For those of you that don’t know, in addition to loving literature and food, I’m a big art nut. Illustration especially. I love Art Nouveau and the Pre-Raphaelites, as well as a lot of contemporary work. Carson Ellis, for example, is incredible. So is Lane Smith. But for me—nothing compares to Arthur Rackham, whose delicate line drawings and pale washes of ink are ethereal and lovely.
My first Rackham encounter took place, fittingly, in London. I stumbled across a print shop tucked away in a windy bit of Charring Cross and was immediately assaulted by a charmingly bossy woman who—horrified by my never having heard of Rackham (he’s something of a British institution)—spent the better part of two hours providing a detailed biography and showing off her collection of first edition prints from the various books he had illustrated. I remember feeling pretty enthralled, though whether by the artwork or just through pure intimidation I’m not sure. I bought one, needless to say.
While the Rackham I bought that day ended up going to a friend, I’ve spent quite a few years now building a small collection of my own; I’ve got an incredible Puck of Pook’s Hill and a lovely Gulliver’s Travels, just to name a few. Still, while those are great, Peter Pan in Kensington Gardens by J.M. Barrie has always been the holy grail of Rackham books, at least for me, so I was beyond thrilled to find a copy last summer in The Barrow Book Store in Concord, Mass. While not the first edition folio I drooled over on my last trip to the U.K., it’s still quite old, and the illustrations are perfectly preserved under their sheets of vellum.
Peter Pan in Kensington Gardens is technically Barrie’s second work about Peter Pan, but really is only an adaptation of his first – The Little White Bird. It tells the story about how Peter escapes his house as a one-week-old infant (he can fly, because babies were birds first, duh) and through the use of a nest-boat made by his bird friends, travels between the Island of the Birds and Kensington Gardens, where he plays all night with the fairies. It, like so much of Barrie’s work, is hilarious and tender, with wise old crows quietly planning for retirement and daffy fairy queens holding drunken galas. And while it can’t be considered a true prequel to Peter Pan, or The Boy Who Wouldn’t Grow Up, as Peter is one week old and there’s no Captain Hook or any of that jazz, it’s totally worth a read.
Finding this book was one of my favorite moments of 2013, and so it’s fitting, I think, to pair it with one of my favorite achievements of last year – making my first cheese, a creamy ricotta.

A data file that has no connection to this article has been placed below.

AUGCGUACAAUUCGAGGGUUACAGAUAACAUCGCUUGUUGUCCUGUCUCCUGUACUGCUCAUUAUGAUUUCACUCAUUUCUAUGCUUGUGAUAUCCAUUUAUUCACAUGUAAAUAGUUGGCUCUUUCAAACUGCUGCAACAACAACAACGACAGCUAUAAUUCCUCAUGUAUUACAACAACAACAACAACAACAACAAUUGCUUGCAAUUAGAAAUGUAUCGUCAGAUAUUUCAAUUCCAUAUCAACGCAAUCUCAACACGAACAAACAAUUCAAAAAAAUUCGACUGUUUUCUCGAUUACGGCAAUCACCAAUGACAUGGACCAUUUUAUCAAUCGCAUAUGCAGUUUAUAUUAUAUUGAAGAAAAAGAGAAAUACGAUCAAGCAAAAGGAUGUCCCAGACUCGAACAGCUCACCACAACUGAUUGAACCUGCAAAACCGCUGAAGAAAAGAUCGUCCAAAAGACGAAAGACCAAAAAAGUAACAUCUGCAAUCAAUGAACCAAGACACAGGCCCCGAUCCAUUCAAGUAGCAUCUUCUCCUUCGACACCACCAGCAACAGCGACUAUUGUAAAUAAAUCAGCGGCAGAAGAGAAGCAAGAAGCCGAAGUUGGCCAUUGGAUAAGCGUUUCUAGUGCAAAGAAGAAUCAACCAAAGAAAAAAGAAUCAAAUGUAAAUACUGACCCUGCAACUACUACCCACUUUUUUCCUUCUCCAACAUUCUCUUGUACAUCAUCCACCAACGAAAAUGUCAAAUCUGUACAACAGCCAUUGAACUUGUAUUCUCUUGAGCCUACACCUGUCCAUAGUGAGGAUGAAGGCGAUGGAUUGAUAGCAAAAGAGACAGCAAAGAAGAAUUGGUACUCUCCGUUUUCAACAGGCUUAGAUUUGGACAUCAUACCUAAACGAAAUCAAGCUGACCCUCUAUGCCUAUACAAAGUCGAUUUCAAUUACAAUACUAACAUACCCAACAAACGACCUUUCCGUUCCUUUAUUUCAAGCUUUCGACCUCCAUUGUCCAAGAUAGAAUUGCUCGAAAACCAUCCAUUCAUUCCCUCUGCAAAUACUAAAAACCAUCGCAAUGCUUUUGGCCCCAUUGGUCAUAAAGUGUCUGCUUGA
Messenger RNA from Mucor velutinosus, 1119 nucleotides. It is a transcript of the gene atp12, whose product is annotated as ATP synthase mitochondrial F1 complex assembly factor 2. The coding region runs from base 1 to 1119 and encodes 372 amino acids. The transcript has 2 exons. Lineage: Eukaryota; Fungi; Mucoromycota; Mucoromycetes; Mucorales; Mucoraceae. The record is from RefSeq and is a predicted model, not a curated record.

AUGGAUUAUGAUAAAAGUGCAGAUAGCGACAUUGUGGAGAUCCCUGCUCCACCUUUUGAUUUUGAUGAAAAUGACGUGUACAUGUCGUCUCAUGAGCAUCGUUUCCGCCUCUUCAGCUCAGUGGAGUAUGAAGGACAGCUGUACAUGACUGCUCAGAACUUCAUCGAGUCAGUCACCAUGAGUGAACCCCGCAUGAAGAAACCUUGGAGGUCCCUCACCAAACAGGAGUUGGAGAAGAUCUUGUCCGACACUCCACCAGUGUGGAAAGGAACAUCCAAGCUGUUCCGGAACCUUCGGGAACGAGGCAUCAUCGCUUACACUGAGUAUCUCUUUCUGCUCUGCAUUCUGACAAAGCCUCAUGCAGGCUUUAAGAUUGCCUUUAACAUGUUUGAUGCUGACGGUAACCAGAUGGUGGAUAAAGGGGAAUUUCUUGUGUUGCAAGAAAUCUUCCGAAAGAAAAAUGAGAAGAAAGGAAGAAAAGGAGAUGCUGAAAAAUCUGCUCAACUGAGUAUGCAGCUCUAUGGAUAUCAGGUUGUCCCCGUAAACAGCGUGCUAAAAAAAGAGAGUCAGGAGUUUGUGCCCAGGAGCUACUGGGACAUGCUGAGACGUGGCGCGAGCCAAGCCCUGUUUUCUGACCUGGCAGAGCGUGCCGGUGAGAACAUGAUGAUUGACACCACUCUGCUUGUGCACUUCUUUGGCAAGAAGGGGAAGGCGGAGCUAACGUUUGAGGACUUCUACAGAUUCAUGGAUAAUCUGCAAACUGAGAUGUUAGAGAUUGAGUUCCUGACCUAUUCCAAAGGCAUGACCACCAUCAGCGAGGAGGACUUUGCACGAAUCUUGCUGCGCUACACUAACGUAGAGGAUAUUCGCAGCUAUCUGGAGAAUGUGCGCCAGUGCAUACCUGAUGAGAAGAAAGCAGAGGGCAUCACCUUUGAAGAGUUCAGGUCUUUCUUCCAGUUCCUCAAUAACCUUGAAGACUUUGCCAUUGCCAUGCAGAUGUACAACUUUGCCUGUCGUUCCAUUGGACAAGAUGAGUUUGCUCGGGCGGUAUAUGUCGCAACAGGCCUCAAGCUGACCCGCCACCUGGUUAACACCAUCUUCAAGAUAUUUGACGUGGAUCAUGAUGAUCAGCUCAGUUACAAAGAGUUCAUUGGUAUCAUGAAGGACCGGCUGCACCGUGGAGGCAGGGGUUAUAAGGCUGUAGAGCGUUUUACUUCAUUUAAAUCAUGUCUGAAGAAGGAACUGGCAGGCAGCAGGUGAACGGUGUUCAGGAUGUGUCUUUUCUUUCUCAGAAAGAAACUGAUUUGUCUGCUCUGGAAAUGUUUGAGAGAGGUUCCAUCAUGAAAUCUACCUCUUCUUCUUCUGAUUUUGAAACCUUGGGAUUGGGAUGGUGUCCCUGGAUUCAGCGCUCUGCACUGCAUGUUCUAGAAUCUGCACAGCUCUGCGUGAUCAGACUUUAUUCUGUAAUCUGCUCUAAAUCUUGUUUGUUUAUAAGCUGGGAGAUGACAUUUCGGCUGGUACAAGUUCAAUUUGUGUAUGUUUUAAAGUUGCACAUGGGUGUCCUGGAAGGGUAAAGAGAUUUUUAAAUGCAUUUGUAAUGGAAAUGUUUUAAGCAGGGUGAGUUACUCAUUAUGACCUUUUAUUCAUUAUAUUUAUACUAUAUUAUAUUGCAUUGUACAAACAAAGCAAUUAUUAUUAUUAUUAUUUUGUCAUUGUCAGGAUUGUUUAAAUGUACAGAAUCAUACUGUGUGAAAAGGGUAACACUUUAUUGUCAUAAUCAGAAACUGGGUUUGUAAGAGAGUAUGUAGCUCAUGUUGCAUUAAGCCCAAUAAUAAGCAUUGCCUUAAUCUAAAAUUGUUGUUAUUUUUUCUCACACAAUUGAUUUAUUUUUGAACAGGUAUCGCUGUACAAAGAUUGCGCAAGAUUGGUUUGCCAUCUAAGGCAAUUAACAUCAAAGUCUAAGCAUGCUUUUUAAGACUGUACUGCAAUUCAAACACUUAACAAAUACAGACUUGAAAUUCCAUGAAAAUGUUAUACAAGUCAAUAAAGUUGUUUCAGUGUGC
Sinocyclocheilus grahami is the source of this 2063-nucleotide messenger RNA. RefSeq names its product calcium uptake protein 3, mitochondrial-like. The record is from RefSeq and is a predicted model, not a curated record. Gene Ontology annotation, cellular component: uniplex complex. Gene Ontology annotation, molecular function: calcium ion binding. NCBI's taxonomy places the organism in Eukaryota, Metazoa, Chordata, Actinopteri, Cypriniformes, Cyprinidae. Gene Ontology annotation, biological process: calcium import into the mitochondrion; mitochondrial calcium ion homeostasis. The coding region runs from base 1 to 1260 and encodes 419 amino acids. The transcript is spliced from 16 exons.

Making cheese has always been something I’ve been too intimidated to do. It reminds me of chemistry, and I was awful at chemistry, but one day I was obsessively reading Ashley Rodriguez’s terrific blog, Not Without Salt, and was struck by this post discussing fear. Fear of writing, fear of trying, fear of making cheese! It was one of those eerie, slightly narcissistic moments that makes one feel as though they’re being spoken to directly. I was called you see, and so I had to answer. I got up right at that moment, ran to the grocery store, and made this cheese. It was as easy as she promised, and as delicious.
While you can eat this ricotta out of the bowl with a spoon (and I have), it’s also great on just about everything, dolloped onto pizzas, smeared onto fresh fruit, stuffed into pasta…. I could go on. As an accompaniment to Peter Pan in Kensington Gardens, though, I think of something a bit simpler, a bit sweeter. When I read this book I can’t help but imagine a sun-flooded Scottish nursery housing a child of some impressive lineage. He will be sitting down to tea, or luncheon, or one of those many midday meals the Brits seem to take so seriously, and as his nurse reads him the story of Peter Pan he’ll help himself to milky tea and toasts slathered with rich jam and fresh ricotta cheese. While this sounds like a pretty great midday snack for a royal tyke – it sounds like an even better breakfast for me. Sure, I’ll swap out the milky tea for some black coffee, but the rest of it is good as-is—and is a pretty killer way to start a Sunday morning.
Incredible, Creamy, Wonderful Ricotta Cheese
Modified just a smidge from the recipe provided by Ashley Rodriguez on Not Without Salt, who adapted it from Ina Garten.
3 cups whole milk
1 cup heavy cream
2 tablespoons lemon juice (Ashley uses vinegar—that work’s well too)
Place the milk and heavy cream in a saucepan over medium heat. Now. Forget the old adage and watch the pot, you don’t want it to boil over. Turn off the heat right after the liquid comes to a boil and stir in your lemon juice (or vinegar). Allow the cheese to sit for a minute or two. You’ll see the curds begin to separate from the whey. Pour your cheese into a colander lined two sheets of cheesecloth, and let it strain for about 25 minutes or so. Add salt.
Eat with everything.
Peter Pan Toasts
Spread toasted bread with ricotta and the jam of your choice, I used red currant.
Drink: Coffee or tea
Listen to: this charming ditty